Researchers from Kirby Institute at the University of New South Wales have found that the number of sexually transmitted infections and blood borne virus infections are near their decade-high numbers in Australia.
An annual survey carried out by the researchers found that the number of Syphilis cases in the country was reaching an all-time high and has risen by 34 percent since 2009. Gonorrhea cases almost doubled during that period, rising by 80 percent, while Chlamydia remains the most prevalent form of STI in the country with more than 82,000 new cases diagnosed in 2013.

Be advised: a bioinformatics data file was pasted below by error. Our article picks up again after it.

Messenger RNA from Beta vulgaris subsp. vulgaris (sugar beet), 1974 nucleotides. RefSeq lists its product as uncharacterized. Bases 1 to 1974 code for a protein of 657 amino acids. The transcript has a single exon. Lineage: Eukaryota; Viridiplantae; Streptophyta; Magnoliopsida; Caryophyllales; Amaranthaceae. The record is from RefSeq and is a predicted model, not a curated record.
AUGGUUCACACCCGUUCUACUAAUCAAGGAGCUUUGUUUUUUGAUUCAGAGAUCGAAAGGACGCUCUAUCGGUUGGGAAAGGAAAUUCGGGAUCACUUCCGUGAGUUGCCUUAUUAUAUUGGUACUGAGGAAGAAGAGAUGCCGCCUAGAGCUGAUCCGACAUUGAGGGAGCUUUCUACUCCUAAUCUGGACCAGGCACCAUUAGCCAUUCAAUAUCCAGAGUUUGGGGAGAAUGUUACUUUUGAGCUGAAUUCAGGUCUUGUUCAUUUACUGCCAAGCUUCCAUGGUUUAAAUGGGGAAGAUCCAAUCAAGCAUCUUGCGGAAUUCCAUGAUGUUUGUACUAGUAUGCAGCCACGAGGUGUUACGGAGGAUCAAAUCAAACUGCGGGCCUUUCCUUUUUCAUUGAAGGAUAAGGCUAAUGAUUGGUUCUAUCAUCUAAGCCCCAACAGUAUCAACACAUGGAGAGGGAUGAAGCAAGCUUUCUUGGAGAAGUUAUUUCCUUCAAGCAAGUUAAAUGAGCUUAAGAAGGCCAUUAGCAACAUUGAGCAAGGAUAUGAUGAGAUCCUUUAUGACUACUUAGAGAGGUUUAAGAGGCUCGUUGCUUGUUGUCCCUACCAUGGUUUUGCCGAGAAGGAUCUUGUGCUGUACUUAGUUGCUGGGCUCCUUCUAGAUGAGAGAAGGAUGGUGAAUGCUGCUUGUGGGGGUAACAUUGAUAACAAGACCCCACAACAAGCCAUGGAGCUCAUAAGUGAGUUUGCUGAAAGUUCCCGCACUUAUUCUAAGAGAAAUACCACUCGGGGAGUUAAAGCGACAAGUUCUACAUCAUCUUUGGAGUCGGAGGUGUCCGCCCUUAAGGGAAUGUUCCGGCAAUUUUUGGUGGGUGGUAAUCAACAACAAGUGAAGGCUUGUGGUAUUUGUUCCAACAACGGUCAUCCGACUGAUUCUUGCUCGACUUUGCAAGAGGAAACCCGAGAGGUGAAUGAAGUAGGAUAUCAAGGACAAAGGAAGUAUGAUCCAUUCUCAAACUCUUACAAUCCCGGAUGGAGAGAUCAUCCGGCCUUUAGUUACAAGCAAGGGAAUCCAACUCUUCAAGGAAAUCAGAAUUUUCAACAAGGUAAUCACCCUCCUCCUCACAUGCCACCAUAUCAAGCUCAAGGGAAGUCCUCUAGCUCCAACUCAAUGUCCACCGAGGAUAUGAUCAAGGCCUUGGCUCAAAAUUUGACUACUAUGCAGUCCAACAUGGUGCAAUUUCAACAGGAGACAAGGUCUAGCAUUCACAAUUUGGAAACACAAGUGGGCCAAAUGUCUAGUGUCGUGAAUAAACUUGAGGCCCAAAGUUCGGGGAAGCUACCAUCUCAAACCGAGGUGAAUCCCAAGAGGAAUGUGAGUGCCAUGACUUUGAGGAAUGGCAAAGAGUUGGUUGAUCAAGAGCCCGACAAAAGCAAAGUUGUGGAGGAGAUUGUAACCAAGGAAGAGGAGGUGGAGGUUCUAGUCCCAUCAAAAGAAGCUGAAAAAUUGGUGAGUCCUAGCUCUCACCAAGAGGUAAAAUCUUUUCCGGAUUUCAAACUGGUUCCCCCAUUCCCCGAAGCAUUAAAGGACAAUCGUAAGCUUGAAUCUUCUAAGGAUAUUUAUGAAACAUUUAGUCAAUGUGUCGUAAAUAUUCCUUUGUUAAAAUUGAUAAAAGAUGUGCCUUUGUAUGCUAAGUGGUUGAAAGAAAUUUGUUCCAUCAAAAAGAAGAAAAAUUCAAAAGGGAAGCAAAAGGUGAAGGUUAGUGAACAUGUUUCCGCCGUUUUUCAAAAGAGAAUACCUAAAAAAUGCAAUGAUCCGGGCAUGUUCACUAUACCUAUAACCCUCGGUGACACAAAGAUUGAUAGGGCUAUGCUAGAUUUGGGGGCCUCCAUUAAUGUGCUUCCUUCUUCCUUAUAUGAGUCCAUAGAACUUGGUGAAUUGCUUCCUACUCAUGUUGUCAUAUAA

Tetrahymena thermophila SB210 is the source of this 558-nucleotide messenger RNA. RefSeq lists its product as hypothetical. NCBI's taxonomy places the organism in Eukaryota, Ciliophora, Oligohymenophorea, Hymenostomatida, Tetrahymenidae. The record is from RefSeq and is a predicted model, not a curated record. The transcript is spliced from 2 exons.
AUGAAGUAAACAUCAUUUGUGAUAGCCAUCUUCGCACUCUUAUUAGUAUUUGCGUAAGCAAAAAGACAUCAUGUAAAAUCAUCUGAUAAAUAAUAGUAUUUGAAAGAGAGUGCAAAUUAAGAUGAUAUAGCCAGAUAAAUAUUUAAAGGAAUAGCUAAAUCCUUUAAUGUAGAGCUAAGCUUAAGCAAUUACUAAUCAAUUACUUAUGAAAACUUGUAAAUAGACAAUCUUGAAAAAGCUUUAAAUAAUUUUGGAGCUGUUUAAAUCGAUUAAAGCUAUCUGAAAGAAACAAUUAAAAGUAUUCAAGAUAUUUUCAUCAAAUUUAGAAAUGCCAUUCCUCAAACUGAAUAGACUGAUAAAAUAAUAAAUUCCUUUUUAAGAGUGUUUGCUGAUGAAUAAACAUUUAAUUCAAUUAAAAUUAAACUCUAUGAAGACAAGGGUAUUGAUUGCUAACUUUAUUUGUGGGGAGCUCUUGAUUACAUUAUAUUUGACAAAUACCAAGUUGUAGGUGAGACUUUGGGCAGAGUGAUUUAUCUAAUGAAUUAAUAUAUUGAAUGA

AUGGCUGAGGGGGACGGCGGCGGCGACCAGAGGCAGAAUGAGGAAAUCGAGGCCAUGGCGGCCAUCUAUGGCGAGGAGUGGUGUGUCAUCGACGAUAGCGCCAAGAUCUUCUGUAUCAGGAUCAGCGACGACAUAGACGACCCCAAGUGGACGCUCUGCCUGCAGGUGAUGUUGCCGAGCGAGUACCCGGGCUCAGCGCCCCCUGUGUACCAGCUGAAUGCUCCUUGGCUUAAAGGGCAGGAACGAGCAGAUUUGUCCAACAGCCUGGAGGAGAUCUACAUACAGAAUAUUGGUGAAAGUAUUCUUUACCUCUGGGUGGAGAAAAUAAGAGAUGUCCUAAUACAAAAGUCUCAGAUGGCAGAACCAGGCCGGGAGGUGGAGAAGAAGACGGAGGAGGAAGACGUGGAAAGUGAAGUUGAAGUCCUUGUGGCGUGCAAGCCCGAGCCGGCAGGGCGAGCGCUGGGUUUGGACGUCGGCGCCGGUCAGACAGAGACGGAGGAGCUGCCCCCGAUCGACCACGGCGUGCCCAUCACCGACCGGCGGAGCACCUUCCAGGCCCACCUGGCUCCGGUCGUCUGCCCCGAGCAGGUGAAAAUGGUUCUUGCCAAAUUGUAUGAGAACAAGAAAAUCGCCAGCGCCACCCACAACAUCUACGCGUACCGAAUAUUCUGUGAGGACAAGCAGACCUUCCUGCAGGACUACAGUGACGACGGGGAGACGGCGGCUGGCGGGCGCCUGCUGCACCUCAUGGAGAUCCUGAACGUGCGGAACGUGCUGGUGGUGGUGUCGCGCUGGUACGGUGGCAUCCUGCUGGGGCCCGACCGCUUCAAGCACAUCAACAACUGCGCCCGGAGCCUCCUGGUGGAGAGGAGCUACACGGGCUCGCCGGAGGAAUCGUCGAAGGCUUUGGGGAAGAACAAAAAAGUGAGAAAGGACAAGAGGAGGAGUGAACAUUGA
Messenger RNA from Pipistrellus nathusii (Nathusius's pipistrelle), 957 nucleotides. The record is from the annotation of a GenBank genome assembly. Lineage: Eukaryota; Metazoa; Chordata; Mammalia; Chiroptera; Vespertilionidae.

Apart from STIs, the researchers also found that around 1,000 people die every year due to hepatitis B and C while more than 200,000 people are currently living with chronic forms of hepatitis B and C. The researchers added that the practice of safe sex is slowly being abandoned, especially among teenagers, and this could be responsible for the rising number of STIs in the country.
"We are seeing slow trends away from condom use, the decline in condom use is somewhat responsible for the rise in STIs in Australia. In school programs where condom education takes place, often children consider it to be quite clinical and scientific. It doesn't real relate to their own experiences of their sexual lives. Clinical scientific discussions about STIs and condoms can be quite distant", lead researcher Associate Professor Wilson said.